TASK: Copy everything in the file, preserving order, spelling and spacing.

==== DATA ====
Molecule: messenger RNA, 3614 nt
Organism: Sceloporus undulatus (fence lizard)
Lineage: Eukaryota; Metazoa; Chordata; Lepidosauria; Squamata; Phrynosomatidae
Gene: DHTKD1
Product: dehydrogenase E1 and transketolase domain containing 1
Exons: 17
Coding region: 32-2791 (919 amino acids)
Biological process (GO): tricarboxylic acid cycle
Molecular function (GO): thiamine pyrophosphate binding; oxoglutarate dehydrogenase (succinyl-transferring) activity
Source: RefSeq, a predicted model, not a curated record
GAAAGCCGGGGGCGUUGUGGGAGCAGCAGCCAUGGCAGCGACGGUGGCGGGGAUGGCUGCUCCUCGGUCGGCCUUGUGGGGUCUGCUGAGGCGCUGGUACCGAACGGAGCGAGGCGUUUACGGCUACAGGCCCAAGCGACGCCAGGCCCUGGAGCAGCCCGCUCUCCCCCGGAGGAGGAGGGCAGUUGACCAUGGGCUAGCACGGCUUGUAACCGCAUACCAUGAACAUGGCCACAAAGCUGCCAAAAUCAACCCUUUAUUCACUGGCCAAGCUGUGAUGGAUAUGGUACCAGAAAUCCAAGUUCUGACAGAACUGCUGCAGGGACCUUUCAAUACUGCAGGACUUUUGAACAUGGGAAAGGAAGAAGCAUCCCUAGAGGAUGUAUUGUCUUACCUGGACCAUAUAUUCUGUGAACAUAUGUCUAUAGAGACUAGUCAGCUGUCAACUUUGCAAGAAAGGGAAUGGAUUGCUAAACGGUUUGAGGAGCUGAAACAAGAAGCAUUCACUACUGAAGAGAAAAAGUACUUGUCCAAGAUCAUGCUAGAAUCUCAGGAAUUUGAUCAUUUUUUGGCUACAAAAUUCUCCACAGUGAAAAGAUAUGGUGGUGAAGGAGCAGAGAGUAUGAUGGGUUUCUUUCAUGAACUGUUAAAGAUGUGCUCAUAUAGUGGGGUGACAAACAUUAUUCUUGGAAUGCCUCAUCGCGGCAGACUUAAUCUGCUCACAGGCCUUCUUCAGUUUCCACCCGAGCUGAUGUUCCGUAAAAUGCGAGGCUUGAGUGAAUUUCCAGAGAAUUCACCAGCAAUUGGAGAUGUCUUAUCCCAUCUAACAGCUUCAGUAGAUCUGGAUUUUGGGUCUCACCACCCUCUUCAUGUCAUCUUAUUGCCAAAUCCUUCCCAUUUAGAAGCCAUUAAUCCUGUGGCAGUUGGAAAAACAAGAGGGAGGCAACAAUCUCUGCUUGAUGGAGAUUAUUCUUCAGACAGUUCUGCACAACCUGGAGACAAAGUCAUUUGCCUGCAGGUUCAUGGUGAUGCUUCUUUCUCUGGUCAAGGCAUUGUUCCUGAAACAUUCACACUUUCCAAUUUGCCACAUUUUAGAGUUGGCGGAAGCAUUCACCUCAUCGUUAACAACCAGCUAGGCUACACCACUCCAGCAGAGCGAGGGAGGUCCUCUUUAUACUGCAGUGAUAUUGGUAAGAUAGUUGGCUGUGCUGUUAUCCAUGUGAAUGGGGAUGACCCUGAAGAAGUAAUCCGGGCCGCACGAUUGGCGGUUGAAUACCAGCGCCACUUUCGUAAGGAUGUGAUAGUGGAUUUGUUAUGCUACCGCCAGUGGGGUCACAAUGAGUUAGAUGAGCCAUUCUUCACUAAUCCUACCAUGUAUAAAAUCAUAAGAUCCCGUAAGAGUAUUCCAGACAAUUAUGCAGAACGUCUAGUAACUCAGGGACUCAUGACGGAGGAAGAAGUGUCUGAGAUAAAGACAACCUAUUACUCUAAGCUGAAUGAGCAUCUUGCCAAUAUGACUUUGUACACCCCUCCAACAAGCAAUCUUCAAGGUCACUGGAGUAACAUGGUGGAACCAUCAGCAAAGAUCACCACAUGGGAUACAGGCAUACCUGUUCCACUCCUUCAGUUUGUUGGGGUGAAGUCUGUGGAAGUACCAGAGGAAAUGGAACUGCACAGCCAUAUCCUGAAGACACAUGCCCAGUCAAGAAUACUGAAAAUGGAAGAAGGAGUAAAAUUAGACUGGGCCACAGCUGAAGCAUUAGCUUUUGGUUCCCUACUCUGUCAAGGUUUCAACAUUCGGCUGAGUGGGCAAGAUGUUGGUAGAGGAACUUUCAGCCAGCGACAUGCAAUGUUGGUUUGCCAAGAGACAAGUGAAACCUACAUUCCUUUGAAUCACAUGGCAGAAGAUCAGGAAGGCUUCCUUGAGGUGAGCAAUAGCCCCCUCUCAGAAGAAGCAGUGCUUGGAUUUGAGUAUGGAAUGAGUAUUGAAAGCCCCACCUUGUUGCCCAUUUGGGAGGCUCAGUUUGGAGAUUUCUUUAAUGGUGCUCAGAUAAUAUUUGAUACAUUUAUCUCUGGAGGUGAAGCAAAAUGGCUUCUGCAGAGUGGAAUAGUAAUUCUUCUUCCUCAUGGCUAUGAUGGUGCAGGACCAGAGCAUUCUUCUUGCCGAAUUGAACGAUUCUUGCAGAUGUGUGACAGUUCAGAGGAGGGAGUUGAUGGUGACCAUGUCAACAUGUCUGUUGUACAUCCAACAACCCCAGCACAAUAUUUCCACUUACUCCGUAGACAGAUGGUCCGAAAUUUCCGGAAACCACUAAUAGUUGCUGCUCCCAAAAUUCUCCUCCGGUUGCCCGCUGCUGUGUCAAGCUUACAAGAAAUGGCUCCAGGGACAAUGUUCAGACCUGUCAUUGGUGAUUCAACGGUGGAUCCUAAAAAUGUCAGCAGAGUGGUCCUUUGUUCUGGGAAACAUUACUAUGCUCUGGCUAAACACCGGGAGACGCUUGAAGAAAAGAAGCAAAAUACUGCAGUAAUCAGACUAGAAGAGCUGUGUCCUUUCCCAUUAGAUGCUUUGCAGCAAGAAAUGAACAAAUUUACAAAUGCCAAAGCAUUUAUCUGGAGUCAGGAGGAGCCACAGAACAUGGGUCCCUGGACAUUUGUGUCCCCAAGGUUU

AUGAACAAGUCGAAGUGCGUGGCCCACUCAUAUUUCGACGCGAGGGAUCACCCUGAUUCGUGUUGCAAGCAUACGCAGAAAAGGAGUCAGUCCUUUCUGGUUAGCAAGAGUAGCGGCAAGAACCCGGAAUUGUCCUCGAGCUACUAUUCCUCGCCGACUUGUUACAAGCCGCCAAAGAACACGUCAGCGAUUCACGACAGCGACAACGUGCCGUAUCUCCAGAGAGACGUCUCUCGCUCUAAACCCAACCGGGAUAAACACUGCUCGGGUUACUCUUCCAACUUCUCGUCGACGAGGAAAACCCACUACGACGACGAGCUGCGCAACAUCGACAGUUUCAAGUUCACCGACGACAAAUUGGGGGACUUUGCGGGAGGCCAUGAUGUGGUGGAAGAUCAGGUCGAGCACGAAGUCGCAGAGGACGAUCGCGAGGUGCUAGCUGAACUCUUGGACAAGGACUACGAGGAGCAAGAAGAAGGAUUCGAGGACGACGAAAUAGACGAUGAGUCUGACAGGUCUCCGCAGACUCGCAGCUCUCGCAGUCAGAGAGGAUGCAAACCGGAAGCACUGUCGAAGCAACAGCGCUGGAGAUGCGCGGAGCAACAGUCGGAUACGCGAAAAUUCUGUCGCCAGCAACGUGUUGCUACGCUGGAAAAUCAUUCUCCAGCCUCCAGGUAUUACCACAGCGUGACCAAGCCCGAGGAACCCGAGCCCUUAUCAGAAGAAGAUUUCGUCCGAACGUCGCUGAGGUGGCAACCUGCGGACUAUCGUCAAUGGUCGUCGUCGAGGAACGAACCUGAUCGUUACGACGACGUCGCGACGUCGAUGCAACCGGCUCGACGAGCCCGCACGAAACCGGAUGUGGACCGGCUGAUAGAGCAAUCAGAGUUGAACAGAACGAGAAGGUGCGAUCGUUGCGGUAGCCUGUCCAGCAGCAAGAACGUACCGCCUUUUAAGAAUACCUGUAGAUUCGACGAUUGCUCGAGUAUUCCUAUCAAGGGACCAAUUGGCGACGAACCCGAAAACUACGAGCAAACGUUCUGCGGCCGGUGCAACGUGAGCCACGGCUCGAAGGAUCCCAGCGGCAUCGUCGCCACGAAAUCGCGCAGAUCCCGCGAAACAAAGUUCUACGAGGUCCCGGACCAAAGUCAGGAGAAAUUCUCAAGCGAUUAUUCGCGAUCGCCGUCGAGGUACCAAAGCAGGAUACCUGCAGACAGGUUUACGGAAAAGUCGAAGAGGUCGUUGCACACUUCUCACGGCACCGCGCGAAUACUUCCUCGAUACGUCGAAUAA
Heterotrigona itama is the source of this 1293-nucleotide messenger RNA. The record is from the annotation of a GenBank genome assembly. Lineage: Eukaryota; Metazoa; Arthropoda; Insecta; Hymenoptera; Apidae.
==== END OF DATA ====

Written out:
Molecule: messenger RNA, 3614 nt
Organism: Sceloporus undulatus (fence lizard)
Lineage: Eukaryota; Metazoa; Chordata; Lepidosauria; Squamata; Phrynosomatidae
Gene: DHTKD1
Product: dehydrogenase E1 and transketolase domain containing 1
Exons: 17
Coding region: 32-2791 (919 amino acids)
Biological process (GO): tricarboxylic acid cycle
Molecular function (GO): thiamine pyrophosphate binding; oxoglutarate dehydrogenase (succinyl-transferring) activity
Source: RefSeq, a predicted model, not a curated record
GAAAGCCGGGGGCGUUGUGGGAGCAGCAGCCAUGGCAGCGACGGUGGCGGGGAUGGCUGCUCCUCGGUCGGCCUUGUGGGGUCUGCUGAGGCGCUGGUACCGAACGGAGCGAGGCGUUUACGGCUACAGGCCCAAGCGACGCCAGGCCCUGGAGCAGCCCGCUCUCCCCCGGAGGAGGAGGGCAGUUGACCAUGGGCUAGCACGGCUUGUAACCGCAUACCAUGAACAUGGCCACAAAGCUGCCAAAAUCAACCCUUUAUUCACUGGCCAAGCUGUGAUGGAUAUGGUACCAGAAAUCCAAGUUCUGACAGAACUGCUGCAGGGACCUUUCAAUACUGCAGGACUUUUGAACAUGGGAAAGGAAGAAGCAUCCCUAGAGGAUGUAUUGUCUUACCUGGACCAUAUAUUCUGUGAACAUAUGUCUAUAGAGACUAGUCAGCUGUCAACUUUGCAAGAAAGGGAAUGGAUUGCUAAACGGUUUGAGGAGCUGAAACAAGAAGCAUUCACUACUGAAGAGAAAAAGUACUUGUCCAAGAUCAUGCUAGAAUCUCAGGAAUUUGAUCAUUUUUUGGCUACAAAAUUCUCCACAGUGAAAAGAUAUGGUGGUGAAGGAGCAGAGAGUAUGAUGGGUUUCUUUCAUGAACUGUUAAAGAUGUGCUCAUAUAGUGGGGUGACAAACAUUAUUCUUGGAAUGCCUCAUCGCGGCAGACUUAAUCUGCUCACAGGCCUUCUUCAGUUUCCACCCGAGCUGAUGUUCCGUAAAAUGCGAGGCUUGAGUGAAUUUCCAGAGAAUUCACCAGCAAUUGGAGAUGUCUUAUCCCAUCUAACAGCUUCAGUAGAUCUGGAUUUUGGGUCUCACCACCCUCUUCAUGUCAUCUUAUUGCCAAAUCCUUCCCAUUUAGAAGCCAUUAAUCCUGUGGCAGUUGGAAAAACAAGAGGGAGGCAACAAUCUCUGCUUGAUGGAGAUUAUUCUUCAGACAGUUCUGCACAACCUGGAGACAAAGUCAUUUGCCUGCAGGUUCAUGGUGAUGCUUCUUUCUCUGGUCAAGGCAUUGUUCCUGAAACAUUCACACUUUCCAAUUUGCCACAUUUUAGAGUUGGCGGAAGCAUUCACCUCAUCGUUAACAACCAGCUAGGCUACACCACUCCAGCAGAGCGAGGGAGGUCCUCUUUAUACUGCAGUGAUAUUGGUAAGAUAGUUGGCUGUGCUGUUAUCCAUGUGAAUGGGGAUGACCCUGAAGAAGUAAUCCGGGCCGCACGAUUGGCGGUUGAAUACCAGCGCCACUUUCGUAAGGAUGUGAUAGUGGAUUUGUUAUGCUACCGCCAGUGGGGUCACAAUGAGUUAGAUGAGCCAUUCUUCACUAAUCCUACCAUGUAUAAAAUCAUAAGAUCCCGUAAGAGUAUUCCAGACAAUUAUGCAGAACGUCUAGUAACUCAGGGACUCAUGACGGAGGAAGAAGUGUCUGAGAUAAAGACAACCUAUUACUCUAAGCUGAAUGAGCAUCUUGCCAAUAUGACUUUGUACACCCCUCCAACAAGCAAUCUUCAAGGUCACUGGAGUAACAUGGUGGAACCAUCAGCAAAGAUCACCACAUGGGAUACAGGCAUACCUGUUCCACUCCUUCAGUUUGUUGGGGUGAAGUCUGUGGAAGUACCAGAGGAAAUGGAACUGCACAGCCAUAUCCUGAAGACACAUGCCCAGUCAAGAAUACUGAAAAUGGAAGAAGGAGUAAAAUUAGACUGGGCCACAGCUGAAGCAUUAGCUUUUGGUUCCCUACUCUGUCAAGGUUUCAACAUUCGGCUGAGUGGGCAAGAUGUUGGUAGAGGAACUUUCAGCCAGCGACAUGCAAUGUUGGUUUGCCAAGAGACAAGUGAAACCUACAUUCCUUUGAAUCACAUGGCAGAAGAUCAGGAAGGCUUCCUUGAGGUGAGCAAUAGCCCCCUCUCAGAAGAAGCAGUGCUUGGAUUUGAGUAUGGAAUGAGUAUUGAAAGCCCCACCUUGUUGCCCAUUUGGGAGGCUCAGUUUGGAGAUUUCUUUAAUGGUGCUCAGAUAAUAUUUGAUACAUUUAUCUCUGGAGGUGAAGCAAAAUGGCUUCUGCAGAGUGGAAUAGUAAUUCUUCUUCCUCAUGGCUAUGAUGGUGCAGGACCAGAGCAUUCUUCUUGCCGAAUUGAACGAUUCUUGCAGAUGUGUGACAGUUCAGAGGAGGGAGUUGAUGGUGACCAUGUCAACAUGUCUGUUGUACAUCCAACAACCCCAGCACAAUAUUUCCACUUACUCCGUAGACAGAUGGUCCGAAAUUUCCGGAAACCACUAAUAGUUGCUGCUCCCAAAAUUCUCCUCCGGUUGCCCGCUGCUGUGUCAAGCUUACAAGAAAUGGCUCCAGGGACAAUGUUCAGACCUGUCAUUGGUGAUUCAACGGUGGAUCCUAAAAAUGUCAGCAGAGUGGUCCUUUGUUCUGGGAAACAUUACUAUGCUCUGGCUAAACACCGGGAGACGCUUGAAGAAAAGAAGCAAAAUACUGCAGUAAUCAGACUAGAAGAGCUGUGUCCUUUCCCAUUAGAUGCUUUGCAGCAAGAAAUGAACAAAUUUACAAAUGCCAAAGCAUUUAUCUGGAGUCAGGAGGAGCCACAGAACAUGGGUCCCUGGACAUUUGUGUCCCCAAGGUUU

AUGAACAAGUCGAAGUGCGUGGCCCACUCAUAUUUCGACGCGAGGGAUCACCCUGAUUCGUGUUGCAAGCAUACGCAGAAAAGGAGUCAGUCCUUUCUGGUUAGCAAGAGUAGCGGCAAGAACCCGGAAUUGUCCUCGAGCUACUAUUCCUCGCCGACUUGUUACAAGCCGCCAAAGAACACGUCAGCGAUUCACGACAGCGACAACGUGCCGUAUCUCCAGAGAGACGUCUCUCGCUCUAAACCCAACCGGGAUAAACACUGCUCGGGUUACUCUUCCAACUUCUCGUCGACGAGGAAAACCCACUACGACGACGAGCUGCGCAACAUCGACAGUUUCAAGUUCACCGACGACAAAUUGGGGGACUUUGCGGGAGGCCAUGAUGUGGUGGAAGAUCAGGUCGAGCACGAAGUCGCAGAGGACGAUCGCGAGGUGCUAGCUGAACUCUUGGACAAGGACUACGAGGAGCAAGAAGAAGGAUUCGAGGACGACGAAAUAGACGAUGAGUCUGACAGGUCUCCGCAGACUCGCAGCUCUCGCAGUCAGAGAGGAUGCAAACCGGAAGCACUGUCGAAGCAACAGCGCUGGAGAUGCGCGGAGCAACAGUCGGAUACGCGAAAAUUCUGUCGCCAGCAACGUGUUGCUACGCUGGAAAAUCAUUCUCCAGCCUCCAGGUAUUACCACAGCGUGACCAAGCCCGAGGAACCCGAGCCCUUAUCAGAAGAAGAUUUCGUCCGAACGUCGCUGAGGUGGCAACCUGCGGACUAUCGUCAAUGGUCGUCGUCGAGGAACGAACCUGAUCGUUACGACGACGUCGCGACGUCGAUGCAACCGGCUCGACGAGCCCGCACGAAACCGGAUGUGGACCGGCUGAUAGAGCAAUCAGAGUUGAACAGAACGAGAAGGUGCGAUCGUUGCGGUAGCCUGUCCAGCAGCAAGAACGUACCGCCUUUUAAGAAUACCUGUAGAUUCGACGAUUGCUCGAGUAUUCCUAUCAAGGGACCAAUUGGCGACGAACCCGAAAACUACGAGCAAACGUUCUGCGGCCGGUGCAACGUGAGCCACGGCUCGAAGGAUCCCAGCGGCAUCGUCGCCACGAAAUCGCGCAGAUCCCGCGAAACAAAGUUCUACGAGGUCCCGGACCAAAGUCAGGAGAAAUUCUCAAGCGAUUAUUCGCGAUCGCCGUCGAGGUACCAAAGCAGGAUACCUGCAGACAGGUUUACGGAAAAGUCGAAGAGGUCGUUGCACACUUCUCACGGCACCGCGCGAAUACUUCCUCGAUACGUCGAAUAA
Heterotrigona itama is the source of this 1293-nucleotide messenger RNA. The record is from the annotation of a GenBank genome assembly. Lineage: Eukaryota; Metazoa; Arthropoda; Insecta; Hymenoptera; Apidae.